We know that rituals help us celebrate, but sometimes we forget that rituals also help us heal.
I was thinking about this recently because Feb. 22 was the first anniversary of a car accident that nearly killed my nephew. For reasons unknown, he veered off the road on the way to high school the day after his 18th birthday, crashing into a tree at high speed. Clint broke both legs, one arm, and every bone in his face. He was airlifted unconscious to the hospital where they treat injured Indy 500 drivers.
Even that first day in the hospital, my sister designated a special "healing notebook" that was left in the waiting room, and every single day every person who came to visit Clint wrote something in it. It was a way of talking to him even when he couldn't hear us, a way to express our love, and a worthwhile task when there was little else to do but wait and pray.
Since then, Clint's recovery has been impressive, though this detour from carefree adolescence has been rough on him. As the anniversary approached, I realized that many actions we all considered "just something we did to get through it" were in the nature of rituals, often spontaneous ones.
Clint's sister, Jenny, programmed the cell phones of family and friends to display the words "I love Clint" every time they were turned on. She and Clint's girlfriend painted his name in giant letters down the pant legs of their jeans, and wore their "Clint clothes" to high school classes as a public token of their love.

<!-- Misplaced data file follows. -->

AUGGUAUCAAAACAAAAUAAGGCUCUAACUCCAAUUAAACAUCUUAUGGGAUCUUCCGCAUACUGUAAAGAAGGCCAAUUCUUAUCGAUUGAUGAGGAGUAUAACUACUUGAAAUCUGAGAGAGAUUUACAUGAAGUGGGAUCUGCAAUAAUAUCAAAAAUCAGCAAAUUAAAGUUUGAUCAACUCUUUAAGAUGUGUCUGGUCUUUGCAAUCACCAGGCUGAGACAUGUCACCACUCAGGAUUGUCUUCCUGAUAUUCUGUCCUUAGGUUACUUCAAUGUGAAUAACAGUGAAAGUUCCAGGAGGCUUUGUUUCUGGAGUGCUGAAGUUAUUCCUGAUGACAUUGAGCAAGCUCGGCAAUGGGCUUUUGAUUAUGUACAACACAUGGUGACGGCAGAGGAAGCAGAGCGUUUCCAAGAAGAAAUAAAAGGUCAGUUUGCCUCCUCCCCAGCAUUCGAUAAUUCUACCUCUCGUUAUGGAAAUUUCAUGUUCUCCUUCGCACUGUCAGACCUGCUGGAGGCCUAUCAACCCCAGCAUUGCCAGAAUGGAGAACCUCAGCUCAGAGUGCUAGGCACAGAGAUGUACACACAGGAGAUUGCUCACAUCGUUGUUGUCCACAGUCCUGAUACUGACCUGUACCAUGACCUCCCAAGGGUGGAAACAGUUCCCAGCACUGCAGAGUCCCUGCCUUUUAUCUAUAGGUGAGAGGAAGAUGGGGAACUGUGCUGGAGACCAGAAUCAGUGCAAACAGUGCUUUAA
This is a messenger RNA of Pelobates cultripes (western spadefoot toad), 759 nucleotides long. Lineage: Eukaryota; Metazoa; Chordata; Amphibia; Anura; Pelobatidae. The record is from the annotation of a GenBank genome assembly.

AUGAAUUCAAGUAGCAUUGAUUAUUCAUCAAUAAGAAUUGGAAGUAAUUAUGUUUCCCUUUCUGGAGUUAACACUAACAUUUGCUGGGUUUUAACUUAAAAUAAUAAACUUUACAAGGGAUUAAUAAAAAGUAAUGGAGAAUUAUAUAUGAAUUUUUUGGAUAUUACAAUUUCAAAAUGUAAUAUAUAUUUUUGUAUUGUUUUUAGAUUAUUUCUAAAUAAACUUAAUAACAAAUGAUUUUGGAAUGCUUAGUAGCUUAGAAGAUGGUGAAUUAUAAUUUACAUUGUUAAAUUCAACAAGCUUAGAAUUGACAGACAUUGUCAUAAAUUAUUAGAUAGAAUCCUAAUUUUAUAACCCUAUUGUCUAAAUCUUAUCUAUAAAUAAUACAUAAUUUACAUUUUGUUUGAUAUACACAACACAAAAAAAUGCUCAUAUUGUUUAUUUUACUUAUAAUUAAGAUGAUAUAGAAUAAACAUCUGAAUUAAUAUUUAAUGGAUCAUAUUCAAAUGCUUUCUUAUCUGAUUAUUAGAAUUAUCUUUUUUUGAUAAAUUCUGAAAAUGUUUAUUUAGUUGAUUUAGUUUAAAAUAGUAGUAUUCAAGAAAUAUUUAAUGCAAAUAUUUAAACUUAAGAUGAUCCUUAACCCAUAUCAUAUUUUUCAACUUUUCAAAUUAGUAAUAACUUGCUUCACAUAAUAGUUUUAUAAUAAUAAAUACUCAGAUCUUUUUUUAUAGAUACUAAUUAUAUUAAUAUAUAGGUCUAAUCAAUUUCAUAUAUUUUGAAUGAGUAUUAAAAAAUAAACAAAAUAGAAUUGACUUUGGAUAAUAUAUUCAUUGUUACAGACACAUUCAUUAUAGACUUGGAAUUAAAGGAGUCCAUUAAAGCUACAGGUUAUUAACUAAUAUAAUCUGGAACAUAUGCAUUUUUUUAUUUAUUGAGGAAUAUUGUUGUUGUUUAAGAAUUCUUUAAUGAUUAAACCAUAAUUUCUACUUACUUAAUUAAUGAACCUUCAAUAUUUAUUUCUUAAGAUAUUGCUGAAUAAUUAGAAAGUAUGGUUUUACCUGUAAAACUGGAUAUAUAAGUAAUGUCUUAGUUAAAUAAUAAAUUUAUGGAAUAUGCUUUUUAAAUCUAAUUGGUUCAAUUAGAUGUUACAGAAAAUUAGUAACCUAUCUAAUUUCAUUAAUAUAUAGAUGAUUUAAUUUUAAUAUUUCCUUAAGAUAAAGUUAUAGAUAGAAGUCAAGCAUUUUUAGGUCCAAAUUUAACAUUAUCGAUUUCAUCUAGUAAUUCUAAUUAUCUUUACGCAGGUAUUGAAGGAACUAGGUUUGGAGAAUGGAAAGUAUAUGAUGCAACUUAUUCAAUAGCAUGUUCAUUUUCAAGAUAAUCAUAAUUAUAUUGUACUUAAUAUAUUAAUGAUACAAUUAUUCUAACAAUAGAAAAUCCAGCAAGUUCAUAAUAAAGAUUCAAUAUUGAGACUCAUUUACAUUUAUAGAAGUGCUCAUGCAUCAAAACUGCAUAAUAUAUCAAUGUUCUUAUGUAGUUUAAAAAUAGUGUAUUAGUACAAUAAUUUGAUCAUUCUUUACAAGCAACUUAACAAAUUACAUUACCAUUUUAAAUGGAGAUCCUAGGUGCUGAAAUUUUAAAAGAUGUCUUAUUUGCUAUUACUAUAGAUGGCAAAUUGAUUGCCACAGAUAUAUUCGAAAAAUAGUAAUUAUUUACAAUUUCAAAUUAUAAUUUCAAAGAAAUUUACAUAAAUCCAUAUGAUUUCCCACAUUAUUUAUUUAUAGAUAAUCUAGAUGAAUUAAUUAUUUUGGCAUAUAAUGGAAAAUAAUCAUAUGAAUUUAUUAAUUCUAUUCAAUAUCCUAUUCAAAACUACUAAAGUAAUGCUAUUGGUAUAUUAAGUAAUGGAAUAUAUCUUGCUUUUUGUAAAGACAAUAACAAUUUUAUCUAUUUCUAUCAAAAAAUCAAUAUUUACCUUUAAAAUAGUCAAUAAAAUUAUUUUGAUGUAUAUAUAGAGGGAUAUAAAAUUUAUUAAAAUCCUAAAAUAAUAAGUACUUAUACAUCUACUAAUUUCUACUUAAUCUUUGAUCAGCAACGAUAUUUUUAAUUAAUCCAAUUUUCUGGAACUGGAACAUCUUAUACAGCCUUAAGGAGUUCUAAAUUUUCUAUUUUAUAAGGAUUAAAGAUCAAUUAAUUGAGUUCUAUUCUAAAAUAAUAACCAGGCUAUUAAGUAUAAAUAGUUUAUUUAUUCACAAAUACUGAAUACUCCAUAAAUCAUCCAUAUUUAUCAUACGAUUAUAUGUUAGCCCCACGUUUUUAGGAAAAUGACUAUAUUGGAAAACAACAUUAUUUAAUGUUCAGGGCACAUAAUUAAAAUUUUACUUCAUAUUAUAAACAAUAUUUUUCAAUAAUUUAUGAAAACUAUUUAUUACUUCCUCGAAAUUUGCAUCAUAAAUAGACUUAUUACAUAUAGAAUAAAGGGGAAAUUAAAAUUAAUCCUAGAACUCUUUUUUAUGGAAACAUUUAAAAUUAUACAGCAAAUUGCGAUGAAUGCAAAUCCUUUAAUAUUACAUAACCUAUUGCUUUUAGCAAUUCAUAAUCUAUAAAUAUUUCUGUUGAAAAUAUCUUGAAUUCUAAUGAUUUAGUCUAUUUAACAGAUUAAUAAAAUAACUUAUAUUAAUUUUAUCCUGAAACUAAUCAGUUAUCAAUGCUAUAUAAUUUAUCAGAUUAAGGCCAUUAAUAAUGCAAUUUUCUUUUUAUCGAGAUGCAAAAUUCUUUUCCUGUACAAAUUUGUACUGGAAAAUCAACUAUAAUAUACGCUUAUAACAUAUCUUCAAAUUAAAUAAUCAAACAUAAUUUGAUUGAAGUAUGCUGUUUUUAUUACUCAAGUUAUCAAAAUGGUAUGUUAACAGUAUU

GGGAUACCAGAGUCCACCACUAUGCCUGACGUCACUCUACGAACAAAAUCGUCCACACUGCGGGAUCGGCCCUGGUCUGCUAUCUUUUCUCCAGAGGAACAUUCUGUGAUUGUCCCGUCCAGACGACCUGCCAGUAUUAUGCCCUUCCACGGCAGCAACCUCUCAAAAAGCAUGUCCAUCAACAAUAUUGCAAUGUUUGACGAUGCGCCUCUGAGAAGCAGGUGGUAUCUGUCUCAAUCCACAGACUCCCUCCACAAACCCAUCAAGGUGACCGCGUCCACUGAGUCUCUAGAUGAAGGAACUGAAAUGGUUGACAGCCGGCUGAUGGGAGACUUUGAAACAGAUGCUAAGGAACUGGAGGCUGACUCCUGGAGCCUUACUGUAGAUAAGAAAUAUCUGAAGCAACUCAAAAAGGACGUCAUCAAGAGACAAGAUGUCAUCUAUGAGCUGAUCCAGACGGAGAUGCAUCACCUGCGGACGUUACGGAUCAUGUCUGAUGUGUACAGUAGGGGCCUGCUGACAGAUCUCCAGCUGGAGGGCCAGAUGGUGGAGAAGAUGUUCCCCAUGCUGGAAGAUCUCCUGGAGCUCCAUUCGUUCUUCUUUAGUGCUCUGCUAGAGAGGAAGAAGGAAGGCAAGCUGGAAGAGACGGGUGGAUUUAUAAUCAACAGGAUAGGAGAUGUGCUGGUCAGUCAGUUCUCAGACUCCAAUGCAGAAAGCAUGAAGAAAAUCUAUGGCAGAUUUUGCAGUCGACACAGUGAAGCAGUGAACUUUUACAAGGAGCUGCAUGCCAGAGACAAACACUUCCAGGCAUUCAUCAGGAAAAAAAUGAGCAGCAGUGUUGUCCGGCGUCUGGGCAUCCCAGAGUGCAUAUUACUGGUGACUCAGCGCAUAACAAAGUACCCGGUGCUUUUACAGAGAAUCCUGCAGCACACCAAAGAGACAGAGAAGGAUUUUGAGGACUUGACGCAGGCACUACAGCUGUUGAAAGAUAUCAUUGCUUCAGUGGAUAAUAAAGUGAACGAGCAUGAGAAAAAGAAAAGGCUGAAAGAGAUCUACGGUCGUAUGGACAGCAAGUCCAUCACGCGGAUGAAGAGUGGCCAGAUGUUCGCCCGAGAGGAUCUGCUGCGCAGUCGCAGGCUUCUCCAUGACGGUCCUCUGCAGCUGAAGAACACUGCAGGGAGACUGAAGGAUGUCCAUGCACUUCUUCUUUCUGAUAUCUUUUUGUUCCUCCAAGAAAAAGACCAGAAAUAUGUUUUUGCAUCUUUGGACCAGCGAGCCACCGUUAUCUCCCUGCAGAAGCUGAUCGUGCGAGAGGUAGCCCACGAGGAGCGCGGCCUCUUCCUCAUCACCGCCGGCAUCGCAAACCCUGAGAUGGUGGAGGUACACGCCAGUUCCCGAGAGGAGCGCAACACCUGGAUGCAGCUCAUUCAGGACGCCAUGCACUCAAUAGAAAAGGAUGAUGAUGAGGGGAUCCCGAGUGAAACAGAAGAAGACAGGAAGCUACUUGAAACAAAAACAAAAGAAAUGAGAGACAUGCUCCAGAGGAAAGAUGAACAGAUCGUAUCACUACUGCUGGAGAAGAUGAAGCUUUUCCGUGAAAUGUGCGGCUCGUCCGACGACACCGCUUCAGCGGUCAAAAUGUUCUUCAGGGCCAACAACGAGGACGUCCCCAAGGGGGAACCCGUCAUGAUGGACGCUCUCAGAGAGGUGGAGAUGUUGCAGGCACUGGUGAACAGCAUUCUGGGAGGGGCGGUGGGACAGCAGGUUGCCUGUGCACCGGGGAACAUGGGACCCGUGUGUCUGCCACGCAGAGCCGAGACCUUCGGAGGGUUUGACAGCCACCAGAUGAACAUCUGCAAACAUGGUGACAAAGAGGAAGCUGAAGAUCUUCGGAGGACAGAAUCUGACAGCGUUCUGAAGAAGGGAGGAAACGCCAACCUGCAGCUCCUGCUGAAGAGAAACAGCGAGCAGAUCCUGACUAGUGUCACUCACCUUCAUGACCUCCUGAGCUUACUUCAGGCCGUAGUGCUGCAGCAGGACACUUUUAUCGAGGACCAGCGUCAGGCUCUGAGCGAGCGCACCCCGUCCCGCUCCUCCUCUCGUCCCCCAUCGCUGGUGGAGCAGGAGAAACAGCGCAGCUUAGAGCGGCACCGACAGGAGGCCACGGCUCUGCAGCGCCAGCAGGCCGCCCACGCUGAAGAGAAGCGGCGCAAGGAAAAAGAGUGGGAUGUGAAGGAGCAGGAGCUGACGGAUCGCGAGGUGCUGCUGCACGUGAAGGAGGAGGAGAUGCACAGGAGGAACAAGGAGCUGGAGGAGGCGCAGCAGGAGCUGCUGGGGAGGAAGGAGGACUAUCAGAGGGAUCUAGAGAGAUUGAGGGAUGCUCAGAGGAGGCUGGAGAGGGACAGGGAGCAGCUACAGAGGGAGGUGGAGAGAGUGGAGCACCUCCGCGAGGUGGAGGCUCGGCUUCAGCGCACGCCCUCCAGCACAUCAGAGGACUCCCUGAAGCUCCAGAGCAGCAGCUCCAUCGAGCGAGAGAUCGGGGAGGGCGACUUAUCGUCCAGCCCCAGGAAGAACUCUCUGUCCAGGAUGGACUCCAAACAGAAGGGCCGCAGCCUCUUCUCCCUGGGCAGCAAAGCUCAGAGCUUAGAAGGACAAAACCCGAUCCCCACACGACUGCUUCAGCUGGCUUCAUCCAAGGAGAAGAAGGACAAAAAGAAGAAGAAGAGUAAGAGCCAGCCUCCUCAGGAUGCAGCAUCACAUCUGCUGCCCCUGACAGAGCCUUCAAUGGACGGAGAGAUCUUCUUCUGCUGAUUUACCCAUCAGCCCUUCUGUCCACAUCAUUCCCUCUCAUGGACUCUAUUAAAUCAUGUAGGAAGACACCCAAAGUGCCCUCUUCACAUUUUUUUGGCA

As for myself, as soon as I returned to my home hundreds of miles away, I began sewing a "comfort quilt" for Clint, embroidering healing messages on many of the squares. "You Are a Blessing," I wrote, and "Get Strong." Although I couldn't be there holding his hand, I felt like every stitch was a stroke of love. When I finished, I took a Polaroid of myself wrapped in the quilt, so he would know I "put a hug in there."
My sister is a woman who knows her Bible well, and a guitar-playing member of the church choir, but she found herself drawn to just one song and one prayer in the hours of deepest distress. Her constant prayer was Psalm 23 ("The Lord is my shepherd..."), and Amazing Grace was the hymn she turned to for comfort. She says, "For some reason, Amazing Grace was the only hymn that seemed to keep me from going crazy seeing him lying there hooked up to all those machines."
On the day Clint got out of the hospital, the street in front of his house was thronged with classmates and members of his church congregation, carrying balloons and cheering. He says he hated friends to see him "so messed up," but he was touched by this homecoming parade.
Last month on the anniversary of his accident, on the day after his 19th birthday, my sister gave a special "rebirthday" for Clint. There was a cake, extra gifts (I sent a box of toys and bubble-blowing gear) and time for Clint to reread the notebook full of healing messages that were left for him in the hospital. I hope he celebrates this special holiday for years, rejoicing in his second chance at life and remembering the gifts of love that helped him heal.